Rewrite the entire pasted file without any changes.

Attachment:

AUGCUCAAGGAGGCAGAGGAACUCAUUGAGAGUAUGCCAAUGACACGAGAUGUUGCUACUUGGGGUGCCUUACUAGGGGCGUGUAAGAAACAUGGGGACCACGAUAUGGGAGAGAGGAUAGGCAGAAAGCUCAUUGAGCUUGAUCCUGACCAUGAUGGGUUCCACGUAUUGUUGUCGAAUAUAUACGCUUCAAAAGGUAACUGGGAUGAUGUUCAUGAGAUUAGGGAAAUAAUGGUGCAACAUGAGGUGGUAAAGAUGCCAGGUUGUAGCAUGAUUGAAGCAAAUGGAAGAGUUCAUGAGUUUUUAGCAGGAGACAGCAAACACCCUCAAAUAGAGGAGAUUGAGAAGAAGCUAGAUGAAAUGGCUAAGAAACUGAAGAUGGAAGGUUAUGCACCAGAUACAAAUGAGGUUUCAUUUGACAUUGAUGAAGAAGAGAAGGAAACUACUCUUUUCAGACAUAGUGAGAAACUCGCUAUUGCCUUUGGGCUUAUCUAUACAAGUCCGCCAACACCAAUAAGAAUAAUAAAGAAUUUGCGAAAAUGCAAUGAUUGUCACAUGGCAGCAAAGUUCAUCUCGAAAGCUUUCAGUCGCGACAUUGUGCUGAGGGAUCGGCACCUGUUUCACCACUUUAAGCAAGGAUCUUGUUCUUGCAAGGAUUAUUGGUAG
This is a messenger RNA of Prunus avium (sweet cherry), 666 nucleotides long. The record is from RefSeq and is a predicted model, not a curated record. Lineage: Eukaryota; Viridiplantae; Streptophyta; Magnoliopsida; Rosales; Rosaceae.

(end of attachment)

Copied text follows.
AUGCUCAAGGAGGCAGAGGAACUCAUUGAGAGUAUGCCAAUGACACGAGAUGUUGCUACUUGGGGUGCCUUACUAGGGGCGUGUAAGAAACAUGGGGACCACGAUAUGGGAGAGAGGAUAGGCAGAAAGCUCAUUGAGCUUGAUCCUGACCAUGAUGGGUUCCACGUAUUGUUGUCGAAUAUAUACGCUUCAAAAGGUAACUGGGAUGAUGUUCAUGAGAUUAGGGAAAUAAUGGUGCAACAUGAGGUGGUAAAGAUGCCAGGUUGUAGCAUGAUUGAAGCAAAUGGAAGAGUUCAUGAGUUUUUAGCAGGAGACAGCAAACACCCUCAAAUAGAGGAGAUUGAGAAGAAGCUAGAUGAAAUGGCUAAGAAACUGAAGAUGGAAGGUUAUGCACCAGAUACAAAUGAGGUUUCAUUUGACAUUGAUGAAGAAGAGAAGGAAACUACUCUUUUCAGACAUAGUGAGAAACUCGCUAUUGCCUUUGGGCUUAUCUAUACAAGUCCGCCAACACCAAUAAGAAUAAUAAAGAAUUUGCGAAAAUGCAAUGAUUGUCACAUGGCAGCAAAGUUCAUCUCGAAAGCUUUCAGUCGCGACAUUGUGCUGAGGGAUCGGCACCUGUUUCACCACUUUAAGCAAGGAUCUUGUUCUUGCAAGGAUUAUUGGUAG
This is a messenger RNA of Prunus avium (sweet cherry), 666 nucleotides long. The record is from RefSeq and is a predicted model, not a curated record. Lineage: Eukaryota; Viridiplantae; Streptophyta; Magnoliopsida; Rosales; Rosaceae.